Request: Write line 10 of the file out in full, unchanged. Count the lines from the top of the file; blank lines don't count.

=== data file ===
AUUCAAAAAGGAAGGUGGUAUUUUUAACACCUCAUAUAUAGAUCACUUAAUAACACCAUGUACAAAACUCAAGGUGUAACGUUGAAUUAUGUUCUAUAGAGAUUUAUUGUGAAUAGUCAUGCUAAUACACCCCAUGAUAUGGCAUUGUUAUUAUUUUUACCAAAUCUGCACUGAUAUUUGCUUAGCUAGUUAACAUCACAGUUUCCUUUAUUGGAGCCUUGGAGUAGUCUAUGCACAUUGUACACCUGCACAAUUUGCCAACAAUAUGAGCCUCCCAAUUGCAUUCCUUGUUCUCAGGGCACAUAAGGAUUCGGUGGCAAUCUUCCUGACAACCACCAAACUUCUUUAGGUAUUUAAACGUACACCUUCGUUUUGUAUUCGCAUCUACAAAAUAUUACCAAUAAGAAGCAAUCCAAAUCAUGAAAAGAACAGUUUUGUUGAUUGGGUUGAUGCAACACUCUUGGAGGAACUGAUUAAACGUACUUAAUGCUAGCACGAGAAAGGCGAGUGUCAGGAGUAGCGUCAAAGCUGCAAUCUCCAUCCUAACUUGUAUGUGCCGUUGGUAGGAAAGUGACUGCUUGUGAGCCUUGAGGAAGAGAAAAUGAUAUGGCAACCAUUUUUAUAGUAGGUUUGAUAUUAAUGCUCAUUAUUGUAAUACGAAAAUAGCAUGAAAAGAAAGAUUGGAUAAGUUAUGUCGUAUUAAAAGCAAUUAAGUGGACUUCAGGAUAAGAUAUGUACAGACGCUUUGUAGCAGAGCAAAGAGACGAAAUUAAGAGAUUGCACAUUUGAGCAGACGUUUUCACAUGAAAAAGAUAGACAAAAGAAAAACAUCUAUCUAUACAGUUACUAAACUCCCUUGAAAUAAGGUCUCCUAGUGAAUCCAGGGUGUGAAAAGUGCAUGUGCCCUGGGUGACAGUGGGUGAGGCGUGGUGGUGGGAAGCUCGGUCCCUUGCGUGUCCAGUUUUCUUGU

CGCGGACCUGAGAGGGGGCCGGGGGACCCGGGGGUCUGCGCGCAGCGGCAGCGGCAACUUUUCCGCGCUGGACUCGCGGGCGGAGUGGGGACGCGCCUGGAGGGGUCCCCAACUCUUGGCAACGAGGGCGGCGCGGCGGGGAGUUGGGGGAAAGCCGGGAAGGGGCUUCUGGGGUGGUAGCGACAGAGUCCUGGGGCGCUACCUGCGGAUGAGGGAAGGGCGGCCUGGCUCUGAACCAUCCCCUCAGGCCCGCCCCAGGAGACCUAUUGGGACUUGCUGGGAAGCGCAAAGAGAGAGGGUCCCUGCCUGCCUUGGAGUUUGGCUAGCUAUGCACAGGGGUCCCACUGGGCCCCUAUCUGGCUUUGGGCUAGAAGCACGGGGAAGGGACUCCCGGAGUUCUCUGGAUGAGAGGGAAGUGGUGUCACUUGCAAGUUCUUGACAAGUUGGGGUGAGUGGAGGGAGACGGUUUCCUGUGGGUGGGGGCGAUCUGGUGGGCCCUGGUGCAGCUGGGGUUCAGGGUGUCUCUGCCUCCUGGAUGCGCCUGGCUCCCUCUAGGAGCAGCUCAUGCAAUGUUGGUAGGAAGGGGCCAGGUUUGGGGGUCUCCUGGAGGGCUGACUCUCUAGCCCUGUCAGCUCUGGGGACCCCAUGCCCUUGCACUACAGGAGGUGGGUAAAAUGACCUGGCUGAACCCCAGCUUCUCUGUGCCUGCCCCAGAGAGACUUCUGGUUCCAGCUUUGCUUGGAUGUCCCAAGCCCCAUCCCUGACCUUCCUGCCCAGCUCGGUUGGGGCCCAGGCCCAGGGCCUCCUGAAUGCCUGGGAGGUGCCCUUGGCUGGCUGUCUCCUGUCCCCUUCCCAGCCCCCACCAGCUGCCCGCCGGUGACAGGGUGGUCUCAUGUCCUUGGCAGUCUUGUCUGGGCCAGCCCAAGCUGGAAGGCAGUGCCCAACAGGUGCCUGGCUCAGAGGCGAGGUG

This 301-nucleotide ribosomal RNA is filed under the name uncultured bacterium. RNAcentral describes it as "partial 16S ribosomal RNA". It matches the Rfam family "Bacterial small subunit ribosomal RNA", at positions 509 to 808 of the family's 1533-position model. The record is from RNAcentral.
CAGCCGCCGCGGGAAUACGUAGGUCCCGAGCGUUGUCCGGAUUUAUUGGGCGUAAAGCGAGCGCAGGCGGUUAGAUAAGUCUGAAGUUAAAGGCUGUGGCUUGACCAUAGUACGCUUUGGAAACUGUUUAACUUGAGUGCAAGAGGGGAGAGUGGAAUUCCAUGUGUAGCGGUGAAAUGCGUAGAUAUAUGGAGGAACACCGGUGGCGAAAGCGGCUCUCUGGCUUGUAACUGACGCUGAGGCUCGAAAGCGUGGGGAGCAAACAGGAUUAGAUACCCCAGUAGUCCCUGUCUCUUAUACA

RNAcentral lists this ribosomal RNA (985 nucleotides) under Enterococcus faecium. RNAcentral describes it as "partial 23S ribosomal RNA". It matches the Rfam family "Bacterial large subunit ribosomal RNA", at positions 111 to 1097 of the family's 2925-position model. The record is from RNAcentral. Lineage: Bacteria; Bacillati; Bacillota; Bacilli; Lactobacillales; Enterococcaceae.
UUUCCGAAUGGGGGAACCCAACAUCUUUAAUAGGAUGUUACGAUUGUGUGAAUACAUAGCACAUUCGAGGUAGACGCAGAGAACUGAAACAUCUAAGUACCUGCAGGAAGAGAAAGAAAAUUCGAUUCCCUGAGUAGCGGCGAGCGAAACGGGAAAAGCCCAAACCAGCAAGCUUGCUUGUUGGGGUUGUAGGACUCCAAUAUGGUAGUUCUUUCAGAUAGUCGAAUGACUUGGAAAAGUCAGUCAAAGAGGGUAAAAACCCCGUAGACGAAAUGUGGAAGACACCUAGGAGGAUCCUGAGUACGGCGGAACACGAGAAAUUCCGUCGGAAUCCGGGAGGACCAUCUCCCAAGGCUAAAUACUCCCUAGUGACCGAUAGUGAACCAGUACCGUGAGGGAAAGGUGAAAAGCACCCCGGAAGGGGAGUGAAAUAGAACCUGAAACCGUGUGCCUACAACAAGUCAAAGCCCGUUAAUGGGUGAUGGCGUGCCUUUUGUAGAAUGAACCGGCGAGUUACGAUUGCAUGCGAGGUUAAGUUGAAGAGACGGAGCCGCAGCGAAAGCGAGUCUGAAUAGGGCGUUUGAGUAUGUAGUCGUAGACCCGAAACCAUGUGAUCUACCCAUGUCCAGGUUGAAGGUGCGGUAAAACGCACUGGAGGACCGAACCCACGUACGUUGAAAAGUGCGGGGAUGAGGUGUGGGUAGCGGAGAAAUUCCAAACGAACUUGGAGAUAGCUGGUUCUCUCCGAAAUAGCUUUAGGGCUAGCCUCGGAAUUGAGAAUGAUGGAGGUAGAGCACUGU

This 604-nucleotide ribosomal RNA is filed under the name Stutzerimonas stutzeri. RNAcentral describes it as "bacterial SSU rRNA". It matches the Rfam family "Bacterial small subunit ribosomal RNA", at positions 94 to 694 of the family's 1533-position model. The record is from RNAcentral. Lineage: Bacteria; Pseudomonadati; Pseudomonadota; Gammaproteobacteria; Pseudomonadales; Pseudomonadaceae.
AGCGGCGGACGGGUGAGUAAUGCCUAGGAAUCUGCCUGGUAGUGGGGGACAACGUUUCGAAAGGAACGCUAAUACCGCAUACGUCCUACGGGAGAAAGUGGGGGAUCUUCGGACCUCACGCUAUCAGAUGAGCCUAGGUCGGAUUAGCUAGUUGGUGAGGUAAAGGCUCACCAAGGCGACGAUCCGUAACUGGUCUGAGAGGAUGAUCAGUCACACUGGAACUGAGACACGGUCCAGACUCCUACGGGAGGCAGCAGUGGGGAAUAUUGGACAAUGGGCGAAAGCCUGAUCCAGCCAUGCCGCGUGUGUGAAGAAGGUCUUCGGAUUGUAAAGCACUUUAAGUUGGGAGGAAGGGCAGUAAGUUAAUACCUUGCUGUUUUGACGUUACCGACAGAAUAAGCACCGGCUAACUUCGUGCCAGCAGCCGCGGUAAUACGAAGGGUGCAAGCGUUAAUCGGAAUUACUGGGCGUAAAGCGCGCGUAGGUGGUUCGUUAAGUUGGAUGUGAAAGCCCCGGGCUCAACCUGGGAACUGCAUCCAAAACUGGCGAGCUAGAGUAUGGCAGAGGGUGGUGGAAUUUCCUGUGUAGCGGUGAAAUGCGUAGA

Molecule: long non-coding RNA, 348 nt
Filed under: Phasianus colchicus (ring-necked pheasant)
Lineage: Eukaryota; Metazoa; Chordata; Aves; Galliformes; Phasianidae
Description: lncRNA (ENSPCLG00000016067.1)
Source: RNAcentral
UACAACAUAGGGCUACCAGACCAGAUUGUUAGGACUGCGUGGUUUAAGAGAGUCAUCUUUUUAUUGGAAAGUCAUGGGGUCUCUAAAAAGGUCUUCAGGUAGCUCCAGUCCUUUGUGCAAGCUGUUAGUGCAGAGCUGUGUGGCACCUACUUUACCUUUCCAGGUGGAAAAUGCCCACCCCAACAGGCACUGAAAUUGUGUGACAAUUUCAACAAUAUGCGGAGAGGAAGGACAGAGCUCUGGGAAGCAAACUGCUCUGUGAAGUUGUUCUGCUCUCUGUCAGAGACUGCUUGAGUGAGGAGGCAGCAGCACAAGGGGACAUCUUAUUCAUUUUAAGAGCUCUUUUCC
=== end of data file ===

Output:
Filed under: Phasianus colchicus (ring-necked pheasant)